The artwork, which is currently on display in Middleton Hall, the centre:mk, is based on a series of staged photographs of young couples kissing against iconic public sculptures in Milton Keynes. These photographs are hung on large-scale cut-outs of the sculptures, creating a mini sculpture park, which the artist imagines as a stage set for more activities and interaction.

Some of the most well-loved public artworks in Milton Keynes are featured in the installation. Elisabeth Frink’s Horse, Essence by Wendy Taylor and The Space Between by Eilis O’Connell sit alongside replicas of three classic works by Bernard Schottlander. Andy Holden’s interpretation of these MK landmarks is part of the body of work, MI!MS (Maximum Irony! Maximum Sincerity), a manifesto for art practice that Andy and a group of four friends developed when they were in their teens. A film and paintings from MI!MS, can be seen in MK Gallery’s Project Space until 28 January.

Describing why he chose Milton Keynes as the backdrop for his romantic photographs, Holden states: “It intuitively made sense to me. It came from a photo I’d taken of a couple kissing on the base of a public sculpture when I was travelling in Germany eight or nine years ago. It was complete chance, but looked staged. I wanted to re-create this and Milton Keynes’ strange abstract sculptures, lurking in corners I’d discovered whilst roaming around, were always at the back of my mind. It was certainly in tune with how Milton Keynes had seemed to me as a teenager.”

The installation also marks the beginning of City Club. During 2017, MK Gallery will bring together artists and arts organisations from across Milton Keynes to celebrate our unique city’s 50th anniversary through a programme of new art, performances, family activities, commissions, happenings, events and talks inspired by the original cultural plans for Milton Keynes. The project will enable thousands of people throughout Milton Keynes to explore, enjoy and be inspired by their surroundings. Visitors to the Middleton Hall exhibition can find out more about the programme and Andy Holden’s artwork by picking up issue one of the City Club newspaper, alternatively download a copy HERE.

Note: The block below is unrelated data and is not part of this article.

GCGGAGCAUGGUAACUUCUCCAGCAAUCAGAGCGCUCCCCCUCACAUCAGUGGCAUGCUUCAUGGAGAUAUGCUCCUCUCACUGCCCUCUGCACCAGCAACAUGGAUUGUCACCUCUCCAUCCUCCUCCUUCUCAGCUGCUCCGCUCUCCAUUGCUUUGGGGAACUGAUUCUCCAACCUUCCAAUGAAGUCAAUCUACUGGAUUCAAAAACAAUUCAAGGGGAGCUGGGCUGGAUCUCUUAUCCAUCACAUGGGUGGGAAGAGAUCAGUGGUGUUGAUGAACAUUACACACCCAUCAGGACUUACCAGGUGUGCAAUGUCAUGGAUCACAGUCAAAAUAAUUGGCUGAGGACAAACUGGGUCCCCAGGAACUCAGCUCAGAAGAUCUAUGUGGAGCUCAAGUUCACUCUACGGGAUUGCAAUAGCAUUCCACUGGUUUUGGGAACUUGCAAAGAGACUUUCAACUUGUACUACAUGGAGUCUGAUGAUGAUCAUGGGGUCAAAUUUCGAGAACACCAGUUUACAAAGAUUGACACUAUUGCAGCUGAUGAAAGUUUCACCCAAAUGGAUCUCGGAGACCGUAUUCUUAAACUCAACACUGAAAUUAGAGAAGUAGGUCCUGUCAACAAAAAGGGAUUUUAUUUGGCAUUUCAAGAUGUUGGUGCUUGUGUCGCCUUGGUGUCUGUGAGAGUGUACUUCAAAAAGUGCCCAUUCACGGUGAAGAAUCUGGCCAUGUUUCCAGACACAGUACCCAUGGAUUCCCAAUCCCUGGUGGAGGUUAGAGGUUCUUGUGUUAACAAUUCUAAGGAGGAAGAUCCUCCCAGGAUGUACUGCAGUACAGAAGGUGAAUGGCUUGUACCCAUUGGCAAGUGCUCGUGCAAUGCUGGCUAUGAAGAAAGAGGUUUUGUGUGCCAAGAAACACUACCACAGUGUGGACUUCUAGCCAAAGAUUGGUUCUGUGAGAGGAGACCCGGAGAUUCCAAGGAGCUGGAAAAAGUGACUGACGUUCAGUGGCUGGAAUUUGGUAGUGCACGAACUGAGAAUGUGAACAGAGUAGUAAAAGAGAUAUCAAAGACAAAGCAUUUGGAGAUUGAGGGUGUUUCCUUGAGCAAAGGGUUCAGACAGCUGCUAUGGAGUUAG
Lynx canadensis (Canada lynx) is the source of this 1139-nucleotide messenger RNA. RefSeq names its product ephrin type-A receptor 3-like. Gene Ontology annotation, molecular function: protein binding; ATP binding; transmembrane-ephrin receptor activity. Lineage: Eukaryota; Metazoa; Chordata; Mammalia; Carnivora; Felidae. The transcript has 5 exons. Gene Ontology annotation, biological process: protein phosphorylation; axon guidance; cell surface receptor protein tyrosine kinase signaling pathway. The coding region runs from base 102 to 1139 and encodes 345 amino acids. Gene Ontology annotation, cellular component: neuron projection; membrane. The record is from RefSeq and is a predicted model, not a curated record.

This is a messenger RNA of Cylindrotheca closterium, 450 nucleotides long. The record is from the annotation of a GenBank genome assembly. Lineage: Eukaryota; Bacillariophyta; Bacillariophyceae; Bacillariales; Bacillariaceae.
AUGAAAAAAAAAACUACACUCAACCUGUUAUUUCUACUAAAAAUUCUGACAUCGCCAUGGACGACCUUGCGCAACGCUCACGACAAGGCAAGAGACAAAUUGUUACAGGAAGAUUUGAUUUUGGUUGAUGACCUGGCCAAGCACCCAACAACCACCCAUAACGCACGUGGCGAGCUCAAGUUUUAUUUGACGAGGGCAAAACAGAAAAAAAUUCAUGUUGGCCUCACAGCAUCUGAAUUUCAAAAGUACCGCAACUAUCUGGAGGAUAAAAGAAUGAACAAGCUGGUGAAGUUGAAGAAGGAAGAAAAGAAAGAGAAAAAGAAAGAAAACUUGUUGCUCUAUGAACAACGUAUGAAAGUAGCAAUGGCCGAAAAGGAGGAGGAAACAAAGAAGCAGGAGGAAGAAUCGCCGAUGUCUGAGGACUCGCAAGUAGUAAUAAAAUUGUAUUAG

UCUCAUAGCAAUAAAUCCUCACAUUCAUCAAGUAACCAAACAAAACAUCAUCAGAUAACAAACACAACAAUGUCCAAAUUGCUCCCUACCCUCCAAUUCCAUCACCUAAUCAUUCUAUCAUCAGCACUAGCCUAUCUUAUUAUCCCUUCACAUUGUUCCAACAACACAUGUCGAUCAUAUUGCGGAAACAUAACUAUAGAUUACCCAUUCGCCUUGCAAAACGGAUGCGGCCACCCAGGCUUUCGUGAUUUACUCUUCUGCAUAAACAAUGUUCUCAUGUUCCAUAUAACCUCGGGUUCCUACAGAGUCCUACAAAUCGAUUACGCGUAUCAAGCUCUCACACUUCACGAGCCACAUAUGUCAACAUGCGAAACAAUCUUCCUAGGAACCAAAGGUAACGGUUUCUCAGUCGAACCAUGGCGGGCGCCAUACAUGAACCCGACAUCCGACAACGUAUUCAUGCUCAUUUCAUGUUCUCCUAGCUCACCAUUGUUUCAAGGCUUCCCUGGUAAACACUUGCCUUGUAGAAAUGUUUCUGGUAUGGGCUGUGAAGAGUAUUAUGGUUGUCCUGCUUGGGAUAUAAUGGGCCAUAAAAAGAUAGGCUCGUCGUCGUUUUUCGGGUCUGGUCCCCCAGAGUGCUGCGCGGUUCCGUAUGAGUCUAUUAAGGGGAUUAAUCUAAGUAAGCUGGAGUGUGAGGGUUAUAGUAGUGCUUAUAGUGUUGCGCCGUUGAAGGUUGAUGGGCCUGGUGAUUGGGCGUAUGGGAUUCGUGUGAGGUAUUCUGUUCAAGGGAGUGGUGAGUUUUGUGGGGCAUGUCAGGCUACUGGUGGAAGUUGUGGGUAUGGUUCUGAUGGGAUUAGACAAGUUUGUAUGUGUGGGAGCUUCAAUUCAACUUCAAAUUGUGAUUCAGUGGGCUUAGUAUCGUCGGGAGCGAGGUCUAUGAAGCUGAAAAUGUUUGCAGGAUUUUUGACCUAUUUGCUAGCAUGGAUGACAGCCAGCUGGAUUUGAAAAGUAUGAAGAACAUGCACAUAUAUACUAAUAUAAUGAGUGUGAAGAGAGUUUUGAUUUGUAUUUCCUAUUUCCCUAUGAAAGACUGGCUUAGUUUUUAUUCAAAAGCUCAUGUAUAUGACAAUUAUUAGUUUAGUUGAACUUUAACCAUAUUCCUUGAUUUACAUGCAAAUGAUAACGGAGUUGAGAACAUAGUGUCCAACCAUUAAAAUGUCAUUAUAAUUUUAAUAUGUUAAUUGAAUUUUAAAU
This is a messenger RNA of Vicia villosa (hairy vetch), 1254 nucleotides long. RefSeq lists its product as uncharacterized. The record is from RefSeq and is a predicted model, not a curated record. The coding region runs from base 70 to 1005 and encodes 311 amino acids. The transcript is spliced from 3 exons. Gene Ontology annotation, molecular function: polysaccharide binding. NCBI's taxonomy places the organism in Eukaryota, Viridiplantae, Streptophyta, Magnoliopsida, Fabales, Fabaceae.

A New City Comes to Life runs until 23 January 2017. Entry is free.

dsc_0130

Photo: Andy Holden

Photo: Andy Holden

Family Performance

Over the next two years, MK Gallery will work with Townley and Bradby on Playing Out. As a collaborative artist practice involving two parents, and at times, their three children, Townley and Bradby incorporate mundane domestic routine and the emotional intensity of family life into their art. They will be artists-in-residence for two years in Conniburrow, and the neighbouring communities of Fishermead, Downs Barn and Springfield working alongside participatory artist Georgina Manly and a research student from the University of Northampton. Their work in Conniburrow will link up with Big Local Conniburrow, a groundbreaking project run by the local community.

The family describe their first encounter with the MK Gallery staff team:

We make work about the family, and sometimes we do this as a family. Vic* suggested that for our first encounter with the other MK Gallery staff we could do a presentation of some sort. The idea was to give staff an idea of our approach and our practice. In our experience the slides+speaking format doesn’t access the ways that children think or communicate. We wanted to use a format that all five of us could take part in.

This year we have been trying out ways of performing as a family. So far, the main features of our family performances seem to be: